In this classic biography, Faith Berry examines the work of one of a few American poets who are read by more than the small poetry audience. Hughes's life is one that we love to read about in his poetry but which has not, until now, been commonly known. According to Berry, Hughes's experiences were representative of then-current black life styles, but the poems remaining in his books depict a less political poet and not the Hughes that commented with bitter humor on those times; Hughes apparently removed the more political work from currently available collections.
James Mercer Langston Hughes was born in Joplin, Mo., in 1907 to well-educated parents. His father, James Nathaniel Hughes, was an aspiring lawyer; his mother, Carrie Mercer Langston Hughes, a school teacher. Their relationship echoed an old story: Racism prevented James from attending law school, so he took a correspondence course and eventually left Joplin and the United States to become what he felt he could never be in America. Carrie, who was intelligent and cultured, worked for a while as a teacher but was eventually obliged to become a domestic - and a woman dependent on her son for emotional as well as financial support. James did achieve some material success abroad, but gave little to his son, and Langston grew up as a child needing, but deprived of , both parents.
He learned much, however, from his maternal grandmother, with whom he lived until he was 12, but his life with her was not a loving one. Among the things she taught him was ''the uselessness of crying about anything'' (though he did eventually mourn her death). She did, however, tell him stories of racial history, recounted from memory, and he would later recall her in a poem ''Aunt Sue's Stories'':
Aunt Sue has a head full of
Aunt Sue has a whole heart full of stories.
Summer nights on the front
Aunt Sue cuddles a brown-
faced child to her bosom
And tells him stories.
(from ''Selected Poems'')
At Central High School in Cleveland, Langston celebrated the Russian Revolution with Eastern European and Russian immigrants - students whose families remembered living under the czar, to whom Lenin and Eugene V. Debs were important personalities. Poems such as ''Freedom's Plow'' and ''Migrant'' incorporate this experience. During a train trip to Mexico to see his father, Langston wrote on the back of an envelope perhaps his most famous poem, ''The Negro Speaks of Rivers.''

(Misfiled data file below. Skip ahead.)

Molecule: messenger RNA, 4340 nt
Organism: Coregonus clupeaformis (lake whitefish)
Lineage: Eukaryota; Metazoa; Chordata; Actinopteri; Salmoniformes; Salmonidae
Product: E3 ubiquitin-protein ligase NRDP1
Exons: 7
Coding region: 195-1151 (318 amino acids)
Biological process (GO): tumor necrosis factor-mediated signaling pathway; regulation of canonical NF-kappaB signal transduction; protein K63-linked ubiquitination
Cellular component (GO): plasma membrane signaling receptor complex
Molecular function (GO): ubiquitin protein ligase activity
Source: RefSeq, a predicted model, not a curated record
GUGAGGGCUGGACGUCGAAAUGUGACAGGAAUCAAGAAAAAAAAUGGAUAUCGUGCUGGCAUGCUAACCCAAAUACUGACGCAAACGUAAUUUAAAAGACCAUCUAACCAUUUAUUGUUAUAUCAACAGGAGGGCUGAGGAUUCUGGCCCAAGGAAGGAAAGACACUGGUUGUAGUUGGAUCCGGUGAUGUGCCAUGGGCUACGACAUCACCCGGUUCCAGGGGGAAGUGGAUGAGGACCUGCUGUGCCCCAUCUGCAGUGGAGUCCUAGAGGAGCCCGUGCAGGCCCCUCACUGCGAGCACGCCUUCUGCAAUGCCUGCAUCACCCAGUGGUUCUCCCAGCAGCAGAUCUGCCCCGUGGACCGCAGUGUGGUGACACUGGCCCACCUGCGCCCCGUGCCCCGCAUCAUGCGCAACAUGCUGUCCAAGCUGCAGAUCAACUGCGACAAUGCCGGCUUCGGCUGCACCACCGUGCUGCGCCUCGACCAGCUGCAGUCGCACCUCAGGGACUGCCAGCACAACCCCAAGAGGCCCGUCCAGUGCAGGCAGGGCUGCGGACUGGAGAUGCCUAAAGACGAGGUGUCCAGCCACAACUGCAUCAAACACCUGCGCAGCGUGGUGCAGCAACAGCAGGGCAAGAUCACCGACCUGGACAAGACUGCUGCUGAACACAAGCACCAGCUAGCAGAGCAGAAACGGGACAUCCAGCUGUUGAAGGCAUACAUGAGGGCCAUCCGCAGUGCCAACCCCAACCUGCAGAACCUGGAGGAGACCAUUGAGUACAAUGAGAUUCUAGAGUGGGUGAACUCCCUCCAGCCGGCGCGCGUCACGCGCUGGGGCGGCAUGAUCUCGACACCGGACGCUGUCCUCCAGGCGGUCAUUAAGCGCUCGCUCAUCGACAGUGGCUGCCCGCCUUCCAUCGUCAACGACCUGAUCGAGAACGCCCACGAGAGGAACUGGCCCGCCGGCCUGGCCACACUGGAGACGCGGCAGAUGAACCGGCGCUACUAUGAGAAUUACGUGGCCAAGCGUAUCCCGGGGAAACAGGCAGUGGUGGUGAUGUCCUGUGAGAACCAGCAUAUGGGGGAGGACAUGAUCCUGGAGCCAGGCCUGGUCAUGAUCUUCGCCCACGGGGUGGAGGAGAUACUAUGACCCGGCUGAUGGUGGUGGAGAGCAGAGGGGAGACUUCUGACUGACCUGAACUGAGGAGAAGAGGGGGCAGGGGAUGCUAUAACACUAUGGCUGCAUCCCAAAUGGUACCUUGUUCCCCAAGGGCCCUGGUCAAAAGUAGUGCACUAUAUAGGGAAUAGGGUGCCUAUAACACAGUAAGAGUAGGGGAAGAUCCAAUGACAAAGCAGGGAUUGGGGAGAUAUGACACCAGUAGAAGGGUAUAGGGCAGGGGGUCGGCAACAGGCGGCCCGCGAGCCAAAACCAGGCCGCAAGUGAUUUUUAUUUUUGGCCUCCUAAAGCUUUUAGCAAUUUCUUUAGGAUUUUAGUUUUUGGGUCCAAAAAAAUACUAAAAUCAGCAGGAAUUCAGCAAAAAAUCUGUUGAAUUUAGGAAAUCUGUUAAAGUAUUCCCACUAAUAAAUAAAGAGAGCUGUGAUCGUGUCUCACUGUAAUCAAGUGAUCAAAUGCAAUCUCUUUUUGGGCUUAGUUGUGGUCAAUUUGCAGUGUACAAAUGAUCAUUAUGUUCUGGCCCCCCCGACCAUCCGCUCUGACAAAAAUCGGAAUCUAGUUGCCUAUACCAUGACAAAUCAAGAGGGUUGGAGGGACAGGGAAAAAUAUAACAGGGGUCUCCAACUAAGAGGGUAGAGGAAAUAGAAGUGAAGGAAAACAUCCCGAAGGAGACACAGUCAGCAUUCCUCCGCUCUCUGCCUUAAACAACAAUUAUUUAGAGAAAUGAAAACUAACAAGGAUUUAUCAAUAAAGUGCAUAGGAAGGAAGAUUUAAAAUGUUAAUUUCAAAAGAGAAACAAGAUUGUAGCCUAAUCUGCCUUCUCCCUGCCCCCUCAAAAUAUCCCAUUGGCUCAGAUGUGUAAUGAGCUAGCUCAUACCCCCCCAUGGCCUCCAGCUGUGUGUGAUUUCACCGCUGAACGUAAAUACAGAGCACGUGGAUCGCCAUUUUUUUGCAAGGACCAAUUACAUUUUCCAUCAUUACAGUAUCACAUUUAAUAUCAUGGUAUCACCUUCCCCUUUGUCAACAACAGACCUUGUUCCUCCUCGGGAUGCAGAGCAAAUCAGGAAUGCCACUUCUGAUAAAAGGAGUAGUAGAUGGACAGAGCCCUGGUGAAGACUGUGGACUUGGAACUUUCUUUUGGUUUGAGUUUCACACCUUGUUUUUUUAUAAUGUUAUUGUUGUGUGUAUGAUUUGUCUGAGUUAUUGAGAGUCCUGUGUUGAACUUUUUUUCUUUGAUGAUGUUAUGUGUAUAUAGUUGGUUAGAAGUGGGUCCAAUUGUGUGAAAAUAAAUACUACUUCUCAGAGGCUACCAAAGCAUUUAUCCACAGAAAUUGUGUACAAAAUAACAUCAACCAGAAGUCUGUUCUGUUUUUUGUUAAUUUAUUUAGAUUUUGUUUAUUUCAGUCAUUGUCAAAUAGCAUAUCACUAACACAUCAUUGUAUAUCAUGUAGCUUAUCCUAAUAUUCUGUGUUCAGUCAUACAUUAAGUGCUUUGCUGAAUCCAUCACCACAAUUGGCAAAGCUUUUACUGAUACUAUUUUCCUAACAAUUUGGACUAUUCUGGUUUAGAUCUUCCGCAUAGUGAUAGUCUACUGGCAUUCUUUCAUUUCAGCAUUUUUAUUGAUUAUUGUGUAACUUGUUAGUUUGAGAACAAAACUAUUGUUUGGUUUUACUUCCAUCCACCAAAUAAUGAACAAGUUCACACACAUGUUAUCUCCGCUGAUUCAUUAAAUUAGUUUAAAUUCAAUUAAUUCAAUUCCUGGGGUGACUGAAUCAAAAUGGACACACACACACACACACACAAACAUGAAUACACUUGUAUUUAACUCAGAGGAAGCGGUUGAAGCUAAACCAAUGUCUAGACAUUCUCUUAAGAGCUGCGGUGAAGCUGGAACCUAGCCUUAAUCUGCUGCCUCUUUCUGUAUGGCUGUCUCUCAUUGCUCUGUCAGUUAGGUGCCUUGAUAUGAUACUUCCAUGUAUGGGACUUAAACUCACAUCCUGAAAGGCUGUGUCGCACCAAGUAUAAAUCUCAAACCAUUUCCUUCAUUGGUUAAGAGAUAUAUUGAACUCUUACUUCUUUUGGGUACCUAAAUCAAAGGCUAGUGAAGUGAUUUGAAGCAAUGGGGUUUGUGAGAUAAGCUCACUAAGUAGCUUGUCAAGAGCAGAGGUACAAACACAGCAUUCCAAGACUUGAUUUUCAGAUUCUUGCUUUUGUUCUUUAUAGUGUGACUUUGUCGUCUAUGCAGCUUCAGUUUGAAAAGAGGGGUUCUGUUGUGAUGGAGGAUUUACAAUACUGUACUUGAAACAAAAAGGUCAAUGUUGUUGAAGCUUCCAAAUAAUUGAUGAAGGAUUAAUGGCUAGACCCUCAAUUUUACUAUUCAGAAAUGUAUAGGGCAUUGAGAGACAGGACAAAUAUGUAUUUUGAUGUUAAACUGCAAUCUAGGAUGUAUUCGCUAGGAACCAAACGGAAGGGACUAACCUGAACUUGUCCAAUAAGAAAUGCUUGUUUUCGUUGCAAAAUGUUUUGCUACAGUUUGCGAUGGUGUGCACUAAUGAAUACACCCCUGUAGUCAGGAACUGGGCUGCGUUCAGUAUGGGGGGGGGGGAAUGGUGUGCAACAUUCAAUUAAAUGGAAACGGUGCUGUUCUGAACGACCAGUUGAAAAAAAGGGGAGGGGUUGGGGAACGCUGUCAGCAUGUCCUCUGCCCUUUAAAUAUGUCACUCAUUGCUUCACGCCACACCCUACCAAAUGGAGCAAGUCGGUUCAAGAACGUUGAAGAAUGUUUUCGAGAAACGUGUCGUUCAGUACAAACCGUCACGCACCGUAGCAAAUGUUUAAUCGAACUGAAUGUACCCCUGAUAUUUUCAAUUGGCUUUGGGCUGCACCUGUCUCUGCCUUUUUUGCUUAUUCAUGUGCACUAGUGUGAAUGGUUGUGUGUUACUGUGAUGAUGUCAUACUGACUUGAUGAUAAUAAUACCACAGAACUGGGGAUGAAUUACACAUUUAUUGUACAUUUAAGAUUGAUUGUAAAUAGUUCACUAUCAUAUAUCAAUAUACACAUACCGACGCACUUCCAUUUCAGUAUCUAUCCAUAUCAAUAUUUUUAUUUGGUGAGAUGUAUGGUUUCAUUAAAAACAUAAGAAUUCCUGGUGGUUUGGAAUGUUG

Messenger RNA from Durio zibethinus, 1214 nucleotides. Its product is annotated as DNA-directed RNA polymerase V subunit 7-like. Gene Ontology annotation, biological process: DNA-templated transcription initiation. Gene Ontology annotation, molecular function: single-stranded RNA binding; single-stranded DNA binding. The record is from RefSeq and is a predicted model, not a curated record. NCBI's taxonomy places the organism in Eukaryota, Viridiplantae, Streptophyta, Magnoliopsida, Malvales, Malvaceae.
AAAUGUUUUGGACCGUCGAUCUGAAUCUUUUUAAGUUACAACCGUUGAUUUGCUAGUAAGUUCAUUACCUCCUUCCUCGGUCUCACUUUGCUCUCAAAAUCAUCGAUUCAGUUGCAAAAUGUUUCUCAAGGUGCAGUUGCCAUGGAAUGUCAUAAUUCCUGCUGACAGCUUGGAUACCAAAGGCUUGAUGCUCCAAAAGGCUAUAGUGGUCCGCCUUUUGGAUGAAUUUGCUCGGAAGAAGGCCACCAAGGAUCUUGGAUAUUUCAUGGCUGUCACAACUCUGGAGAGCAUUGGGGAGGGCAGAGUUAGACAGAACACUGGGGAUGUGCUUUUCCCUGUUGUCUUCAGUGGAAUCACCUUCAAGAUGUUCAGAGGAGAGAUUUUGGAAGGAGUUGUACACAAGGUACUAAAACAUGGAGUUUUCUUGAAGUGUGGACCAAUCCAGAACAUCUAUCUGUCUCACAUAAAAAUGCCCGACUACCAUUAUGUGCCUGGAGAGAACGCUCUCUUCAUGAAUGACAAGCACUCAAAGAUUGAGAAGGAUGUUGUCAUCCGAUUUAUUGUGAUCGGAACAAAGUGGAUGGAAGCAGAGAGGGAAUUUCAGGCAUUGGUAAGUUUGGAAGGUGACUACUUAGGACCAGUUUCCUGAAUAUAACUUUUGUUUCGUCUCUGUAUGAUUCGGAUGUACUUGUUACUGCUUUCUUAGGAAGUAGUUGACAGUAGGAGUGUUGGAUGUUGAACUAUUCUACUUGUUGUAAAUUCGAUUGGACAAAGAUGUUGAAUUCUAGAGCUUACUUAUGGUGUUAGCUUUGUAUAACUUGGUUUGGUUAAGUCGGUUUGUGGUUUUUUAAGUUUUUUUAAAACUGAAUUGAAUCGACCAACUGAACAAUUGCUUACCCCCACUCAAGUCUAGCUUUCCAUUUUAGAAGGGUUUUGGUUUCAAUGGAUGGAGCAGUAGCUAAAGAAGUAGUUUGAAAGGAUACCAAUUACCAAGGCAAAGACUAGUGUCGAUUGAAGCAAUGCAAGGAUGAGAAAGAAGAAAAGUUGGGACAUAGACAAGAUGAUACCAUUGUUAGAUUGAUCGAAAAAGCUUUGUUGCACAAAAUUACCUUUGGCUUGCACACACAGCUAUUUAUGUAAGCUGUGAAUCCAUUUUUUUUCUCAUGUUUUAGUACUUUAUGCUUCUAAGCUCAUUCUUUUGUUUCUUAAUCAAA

From Ms. Berry's skillful interpolations of the life with the work, we can see how Hughes's childhood, family, and times influenced his poetry. Seldom has a writer's life been shown as so integral to his work. Ms. Berry writes also of the Harlem Renaissance - Hughes's uneasy relationship with Zora Neale Hurston and the strange, exploitative use Ms. Hurston made of people.
In a discussion of Hughes's thoughts on Africa, Berry communicates his alienation from that continent as a world he could not quite call home: ''So long,/So far away/Is Africa.'' The poem concludes: ''So far away/Is Africa's/Dark face.''
After the Harlem Renaissance, Hughes mused, ''. . . how could a large and enthusiastic number of people be crazy about Negroes forever?''
After trips to Europe and Russia, Hughes returned home to Harlem, where he continued to write, although his work became more political. He directed it toward a black readership, with the creation of characters such as Simple, a sort of black Everyman and Negro spokesman.
One sees that Hughes was a poet in a way that Imamu A. Baraka, Nikki Giovanni , or even James Weldon Johnson could never be, even when his work was repressed because of his past associations with the Communists or by his interest in social causes. Berry also reveals that J. Edgar Hoover had a file on Hughes, and she explores the impact that made on his work.
Often 20th-century poets seem distant figures, absorbed in the craft of words and obscure meanings. But Hughes, perhaps more than any other American poet of our time, reflected the history, culture, and politics of a race of people through his own life and work.
Hughes's work grew out of the black heritage. This book reminds us that Hughes had already plowed the ground the black poets of the 1960s thought they had discovered. Hughes paid a price for his foresight and ended his life uncertain of what he had accomplished. In ''Langston Hughes,'' Faith Berry makes clear the monumentality of his accomplishment. Few writers have had better biographers.